After a long and hard process, they brought Kirill home. Tesney and I had grand plans of meeting and tried for a long time to make it happen. (We are in Texas, they are in Alabama). Two years later, I got a text from Tesney letting me know that a friend of hers was chosen as the adoptive mom of a soon to be born baby boy with Down syndrome. Low and behold that little boy was being born in Houston. Her friend, Jenny, being a single mom, could use all the support she could get, so Tesney decided to join her on the journey. And we would finally meet. Win-win. 

A few months later, June rolled around, and I got the call from Tesney that the baby was on his way, and soon she would be too. Jenny, her two kids, and mom headed to Houston right away to be there for the birth of baby Jojo. He was born on June 20th. I knew that her crew had to be getting stir crazy being cooped up in a hospital or hotel room all day every day. Plus, adoption comes with enough costs as is, and there was no sense in her spending money on a hotel room when we had beds for everyone.

A few texts and a phone call later, my kids and I were anxiously awaiting the arrival of our house guests. I knew nothing about Jenny, but I trusted Tesney. We were watching out the window as we saw a little rental car creeping by. They appeared to be lost, so I knew it was them. We made our way outside to flag them down and they pulled up at our sidewalk, hopped out of the car, and into our home. 

Annie: Jojo was born on the 20th of June, and by the 24th, it was time for my mom to get back to Birmingham. We rolled up in front of Lisa's house, never having met her in our lives, and unloaded the kids and all our stuff. Emmy (my mom), literally gave us all a quick hug and said "nice to meet you!" to Lisa, and sped off to the airport to catch her flight.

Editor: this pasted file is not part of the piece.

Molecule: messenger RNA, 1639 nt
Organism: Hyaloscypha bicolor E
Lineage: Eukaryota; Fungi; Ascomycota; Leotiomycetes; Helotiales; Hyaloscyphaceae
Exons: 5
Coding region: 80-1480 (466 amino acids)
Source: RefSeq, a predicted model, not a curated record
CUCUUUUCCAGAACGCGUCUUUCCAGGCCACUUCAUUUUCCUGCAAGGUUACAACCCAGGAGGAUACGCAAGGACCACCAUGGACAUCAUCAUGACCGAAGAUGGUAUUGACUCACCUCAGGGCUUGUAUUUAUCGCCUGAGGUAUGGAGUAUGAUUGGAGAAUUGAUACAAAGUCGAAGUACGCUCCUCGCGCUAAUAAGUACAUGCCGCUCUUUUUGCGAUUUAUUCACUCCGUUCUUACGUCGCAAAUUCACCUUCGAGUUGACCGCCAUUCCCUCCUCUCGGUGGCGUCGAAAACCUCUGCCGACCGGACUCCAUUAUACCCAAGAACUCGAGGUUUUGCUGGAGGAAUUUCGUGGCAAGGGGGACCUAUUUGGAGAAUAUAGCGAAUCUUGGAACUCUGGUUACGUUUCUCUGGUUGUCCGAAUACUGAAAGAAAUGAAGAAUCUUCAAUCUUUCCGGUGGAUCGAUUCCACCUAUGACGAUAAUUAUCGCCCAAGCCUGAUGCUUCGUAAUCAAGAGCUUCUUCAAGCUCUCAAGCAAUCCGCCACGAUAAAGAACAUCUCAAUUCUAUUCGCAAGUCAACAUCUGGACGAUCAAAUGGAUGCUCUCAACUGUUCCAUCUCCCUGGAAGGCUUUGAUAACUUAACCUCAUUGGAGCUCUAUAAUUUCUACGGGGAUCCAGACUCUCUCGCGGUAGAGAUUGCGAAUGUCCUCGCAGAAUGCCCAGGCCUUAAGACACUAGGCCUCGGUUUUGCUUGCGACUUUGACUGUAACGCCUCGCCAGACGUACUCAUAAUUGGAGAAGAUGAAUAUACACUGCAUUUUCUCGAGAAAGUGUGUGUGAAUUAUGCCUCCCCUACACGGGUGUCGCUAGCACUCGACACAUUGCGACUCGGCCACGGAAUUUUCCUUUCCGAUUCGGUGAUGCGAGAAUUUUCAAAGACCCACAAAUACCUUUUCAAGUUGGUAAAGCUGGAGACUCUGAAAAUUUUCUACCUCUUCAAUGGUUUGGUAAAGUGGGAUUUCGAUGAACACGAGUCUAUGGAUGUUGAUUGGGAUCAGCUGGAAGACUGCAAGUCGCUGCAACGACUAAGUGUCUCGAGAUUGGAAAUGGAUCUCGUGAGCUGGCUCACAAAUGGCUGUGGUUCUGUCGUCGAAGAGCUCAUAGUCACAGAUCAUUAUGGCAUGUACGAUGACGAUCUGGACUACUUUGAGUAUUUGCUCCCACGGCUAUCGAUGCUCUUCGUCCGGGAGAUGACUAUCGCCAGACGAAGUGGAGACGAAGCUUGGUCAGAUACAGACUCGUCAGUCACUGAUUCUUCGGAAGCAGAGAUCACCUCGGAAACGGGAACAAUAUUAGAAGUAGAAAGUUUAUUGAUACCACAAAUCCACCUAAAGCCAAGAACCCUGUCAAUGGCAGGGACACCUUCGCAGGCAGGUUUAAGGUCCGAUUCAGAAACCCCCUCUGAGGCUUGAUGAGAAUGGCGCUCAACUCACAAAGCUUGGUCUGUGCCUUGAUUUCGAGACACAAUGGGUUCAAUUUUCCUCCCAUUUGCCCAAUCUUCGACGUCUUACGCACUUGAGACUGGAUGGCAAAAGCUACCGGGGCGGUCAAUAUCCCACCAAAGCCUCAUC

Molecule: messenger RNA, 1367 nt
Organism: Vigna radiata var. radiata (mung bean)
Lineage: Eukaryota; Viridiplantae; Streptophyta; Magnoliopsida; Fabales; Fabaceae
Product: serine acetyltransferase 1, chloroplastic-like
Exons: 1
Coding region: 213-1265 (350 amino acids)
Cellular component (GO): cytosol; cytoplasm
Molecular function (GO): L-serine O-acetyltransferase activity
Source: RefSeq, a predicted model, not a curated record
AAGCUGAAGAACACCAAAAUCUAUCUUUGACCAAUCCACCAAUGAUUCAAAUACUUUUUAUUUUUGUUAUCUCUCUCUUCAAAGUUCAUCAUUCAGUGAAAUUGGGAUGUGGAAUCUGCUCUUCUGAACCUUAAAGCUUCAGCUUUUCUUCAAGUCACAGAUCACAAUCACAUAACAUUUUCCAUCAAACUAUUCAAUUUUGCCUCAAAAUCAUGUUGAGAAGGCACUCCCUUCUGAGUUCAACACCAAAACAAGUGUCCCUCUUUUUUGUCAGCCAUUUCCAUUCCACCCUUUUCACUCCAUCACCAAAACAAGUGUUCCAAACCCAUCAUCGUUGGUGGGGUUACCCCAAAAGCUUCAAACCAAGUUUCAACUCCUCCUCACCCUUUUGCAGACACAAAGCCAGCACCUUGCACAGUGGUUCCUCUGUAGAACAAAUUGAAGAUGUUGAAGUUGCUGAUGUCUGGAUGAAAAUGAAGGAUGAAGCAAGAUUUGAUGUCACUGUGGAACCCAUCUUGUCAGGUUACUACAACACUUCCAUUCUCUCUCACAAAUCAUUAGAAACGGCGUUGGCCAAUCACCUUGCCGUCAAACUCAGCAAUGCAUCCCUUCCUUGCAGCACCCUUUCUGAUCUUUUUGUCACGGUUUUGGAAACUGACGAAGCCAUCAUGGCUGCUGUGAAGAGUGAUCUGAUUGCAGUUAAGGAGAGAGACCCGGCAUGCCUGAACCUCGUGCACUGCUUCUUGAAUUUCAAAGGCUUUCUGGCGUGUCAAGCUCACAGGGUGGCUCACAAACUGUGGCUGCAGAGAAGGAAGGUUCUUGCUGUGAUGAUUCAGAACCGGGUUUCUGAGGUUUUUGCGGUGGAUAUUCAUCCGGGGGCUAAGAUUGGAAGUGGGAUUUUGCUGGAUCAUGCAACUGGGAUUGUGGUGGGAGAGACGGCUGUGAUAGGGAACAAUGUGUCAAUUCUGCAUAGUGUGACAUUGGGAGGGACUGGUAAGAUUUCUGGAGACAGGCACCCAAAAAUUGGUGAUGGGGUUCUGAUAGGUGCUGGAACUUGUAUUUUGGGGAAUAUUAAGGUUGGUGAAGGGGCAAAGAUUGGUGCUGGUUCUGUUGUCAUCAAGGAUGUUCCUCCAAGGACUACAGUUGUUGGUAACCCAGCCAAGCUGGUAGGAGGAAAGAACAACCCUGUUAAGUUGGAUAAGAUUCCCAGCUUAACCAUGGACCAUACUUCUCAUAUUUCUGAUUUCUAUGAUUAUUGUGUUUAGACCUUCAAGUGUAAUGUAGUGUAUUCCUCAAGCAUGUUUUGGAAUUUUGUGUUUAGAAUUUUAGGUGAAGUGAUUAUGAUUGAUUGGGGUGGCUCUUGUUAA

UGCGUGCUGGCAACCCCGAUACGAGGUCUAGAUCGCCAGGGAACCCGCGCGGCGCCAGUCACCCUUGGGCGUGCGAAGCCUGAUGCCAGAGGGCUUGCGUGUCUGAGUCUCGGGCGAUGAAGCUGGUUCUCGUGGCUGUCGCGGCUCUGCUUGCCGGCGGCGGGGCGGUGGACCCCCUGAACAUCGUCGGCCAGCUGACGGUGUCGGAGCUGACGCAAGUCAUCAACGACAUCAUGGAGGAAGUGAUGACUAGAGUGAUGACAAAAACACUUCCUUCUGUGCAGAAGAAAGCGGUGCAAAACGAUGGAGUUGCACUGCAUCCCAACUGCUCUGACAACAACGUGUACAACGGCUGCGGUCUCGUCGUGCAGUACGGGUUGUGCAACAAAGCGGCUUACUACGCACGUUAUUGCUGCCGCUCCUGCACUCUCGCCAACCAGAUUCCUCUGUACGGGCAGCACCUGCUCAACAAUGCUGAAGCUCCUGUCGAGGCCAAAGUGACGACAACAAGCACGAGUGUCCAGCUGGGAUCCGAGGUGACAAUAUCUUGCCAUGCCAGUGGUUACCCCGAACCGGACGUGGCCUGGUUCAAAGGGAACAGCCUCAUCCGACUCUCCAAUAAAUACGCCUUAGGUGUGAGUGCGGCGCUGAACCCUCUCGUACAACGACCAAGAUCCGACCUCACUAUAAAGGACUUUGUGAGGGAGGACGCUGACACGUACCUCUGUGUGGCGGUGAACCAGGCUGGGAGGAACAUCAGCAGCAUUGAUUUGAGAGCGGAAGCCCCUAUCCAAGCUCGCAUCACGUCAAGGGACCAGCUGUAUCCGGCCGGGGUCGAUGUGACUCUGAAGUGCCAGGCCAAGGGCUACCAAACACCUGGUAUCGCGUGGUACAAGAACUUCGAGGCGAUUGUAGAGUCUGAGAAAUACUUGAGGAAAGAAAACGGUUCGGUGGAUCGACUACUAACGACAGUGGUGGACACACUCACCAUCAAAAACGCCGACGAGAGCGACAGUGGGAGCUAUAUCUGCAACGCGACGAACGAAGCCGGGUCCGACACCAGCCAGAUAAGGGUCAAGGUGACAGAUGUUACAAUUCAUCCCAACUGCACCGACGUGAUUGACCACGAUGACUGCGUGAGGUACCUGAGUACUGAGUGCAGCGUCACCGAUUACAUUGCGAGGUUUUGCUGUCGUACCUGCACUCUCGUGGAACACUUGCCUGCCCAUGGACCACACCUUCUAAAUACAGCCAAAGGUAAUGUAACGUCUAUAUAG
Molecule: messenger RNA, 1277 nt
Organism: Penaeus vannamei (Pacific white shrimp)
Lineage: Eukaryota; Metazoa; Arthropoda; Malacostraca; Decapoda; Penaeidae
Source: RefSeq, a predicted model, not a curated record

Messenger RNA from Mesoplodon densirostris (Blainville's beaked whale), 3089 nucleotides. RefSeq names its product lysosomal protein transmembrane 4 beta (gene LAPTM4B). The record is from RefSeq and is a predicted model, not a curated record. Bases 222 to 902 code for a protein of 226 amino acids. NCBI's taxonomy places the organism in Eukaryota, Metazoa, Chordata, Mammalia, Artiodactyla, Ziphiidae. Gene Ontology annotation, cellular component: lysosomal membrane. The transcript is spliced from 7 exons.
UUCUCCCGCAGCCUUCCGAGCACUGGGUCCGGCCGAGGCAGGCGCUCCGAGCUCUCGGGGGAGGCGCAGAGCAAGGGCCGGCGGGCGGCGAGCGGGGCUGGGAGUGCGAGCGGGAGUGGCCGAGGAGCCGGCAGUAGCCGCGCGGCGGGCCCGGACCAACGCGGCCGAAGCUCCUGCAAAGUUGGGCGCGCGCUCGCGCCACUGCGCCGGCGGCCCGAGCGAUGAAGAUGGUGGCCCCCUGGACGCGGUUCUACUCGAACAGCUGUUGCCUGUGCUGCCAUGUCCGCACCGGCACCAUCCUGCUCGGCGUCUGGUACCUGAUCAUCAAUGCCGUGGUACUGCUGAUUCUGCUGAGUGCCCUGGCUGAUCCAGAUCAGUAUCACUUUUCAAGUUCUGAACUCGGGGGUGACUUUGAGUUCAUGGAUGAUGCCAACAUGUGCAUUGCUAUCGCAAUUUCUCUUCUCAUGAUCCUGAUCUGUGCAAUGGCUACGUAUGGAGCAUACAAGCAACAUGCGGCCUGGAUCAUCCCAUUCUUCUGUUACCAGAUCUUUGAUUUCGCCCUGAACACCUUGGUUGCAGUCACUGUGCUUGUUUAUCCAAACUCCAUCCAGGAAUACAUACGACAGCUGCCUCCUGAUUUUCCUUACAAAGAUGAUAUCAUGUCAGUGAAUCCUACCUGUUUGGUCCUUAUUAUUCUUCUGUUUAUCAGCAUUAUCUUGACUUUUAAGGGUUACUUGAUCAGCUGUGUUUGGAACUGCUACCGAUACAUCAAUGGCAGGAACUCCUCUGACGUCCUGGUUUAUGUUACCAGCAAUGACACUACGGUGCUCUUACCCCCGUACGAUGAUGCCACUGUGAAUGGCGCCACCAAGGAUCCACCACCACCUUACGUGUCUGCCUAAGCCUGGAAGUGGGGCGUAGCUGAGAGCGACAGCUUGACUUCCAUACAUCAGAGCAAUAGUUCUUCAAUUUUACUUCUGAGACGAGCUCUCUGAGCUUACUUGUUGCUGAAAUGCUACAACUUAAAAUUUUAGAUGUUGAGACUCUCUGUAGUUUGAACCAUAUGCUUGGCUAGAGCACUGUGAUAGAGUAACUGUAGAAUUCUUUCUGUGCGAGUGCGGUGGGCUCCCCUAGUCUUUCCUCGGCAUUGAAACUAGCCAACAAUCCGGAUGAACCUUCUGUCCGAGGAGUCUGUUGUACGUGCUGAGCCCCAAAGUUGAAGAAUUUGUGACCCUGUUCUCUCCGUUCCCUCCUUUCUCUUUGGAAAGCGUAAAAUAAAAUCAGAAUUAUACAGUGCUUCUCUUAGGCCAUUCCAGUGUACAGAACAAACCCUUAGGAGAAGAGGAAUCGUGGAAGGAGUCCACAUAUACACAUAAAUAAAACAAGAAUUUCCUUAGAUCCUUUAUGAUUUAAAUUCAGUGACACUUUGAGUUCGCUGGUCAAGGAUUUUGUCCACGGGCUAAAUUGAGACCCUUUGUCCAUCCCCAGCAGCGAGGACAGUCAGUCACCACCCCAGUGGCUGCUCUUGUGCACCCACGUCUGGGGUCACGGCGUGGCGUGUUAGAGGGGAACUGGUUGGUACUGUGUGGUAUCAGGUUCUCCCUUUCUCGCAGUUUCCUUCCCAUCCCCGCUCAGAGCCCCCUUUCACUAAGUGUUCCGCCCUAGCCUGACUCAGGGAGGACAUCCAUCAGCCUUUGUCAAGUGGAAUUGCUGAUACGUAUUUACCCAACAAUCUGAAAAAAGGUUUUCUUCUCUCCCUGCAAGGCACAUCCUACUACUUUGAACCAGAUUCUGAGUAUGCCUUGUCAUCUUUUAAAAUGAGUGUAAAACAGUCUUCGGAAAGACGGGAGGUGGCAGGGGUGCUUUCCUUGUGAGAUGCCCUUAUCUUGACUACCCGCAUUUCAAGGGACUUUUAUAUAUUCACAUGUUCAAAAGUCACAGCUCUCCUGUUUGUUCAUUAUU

And so there we were. Me and my kids. Her and her kids (husband was out of town). Our kids hit it off right away, and by that evening when Tesney arrived Lisa and I had already become fast friends. More on our first day, the scary robot in her dining room, how I saved her dog's life, and how she broke a gas station can be found on my original post here.

Tesney and her kiddos were able to stay with us for a week, and we had an awesome time! We split our time between visiting Jojo in the hospital, and doing fun summer stuff with all of our kids! Tesney and I had been friends since we were kids, but having someone drive across four States to be with me during that time is something I will never forget!

There is just no way to explain the friendship and bond that Lisa and I formed in the 3ish weeks we were there except to say that God knew what He was doing with this crazy plan!

When you bring your baby home from the hospital, have your first sleep as a family of 4, baby's first bath and so much more with other people, not to mention in their home, you just And that is exactly what happened. Her kids starting calling me Annie (because Archie couldn't get Jenny to come out right). My kids started calling her Lili because we decided "Miss Lisa" sounded too formal.

That was over a year ago and not much has changed since! Distance has been a challenge, but we have been blessed to make trips to Houston and they have made trips to Birmingham. We talk on the phone every day. We love each others kids as if they were our own. 

So, it just made sense to start a new blog together. Our stories overlap so much at this point that we can't really tell them separately we are way funnier and more awesome-er when we do things together.

Mom syndrome will feature posts about all sorts of topics, as well as guest posts {That one time when____} and a weekly dose of "Stuff What the Kids Say". It's gonna be FUN!

Thanks for letting us share,

Tesney & Jenny with Clayton, Aidan and Kirill

Tesney, Jenny and Lisa

Ace, Aidan, Clayton, Ella Mae, Archie and Kirill

Lisa and Kirill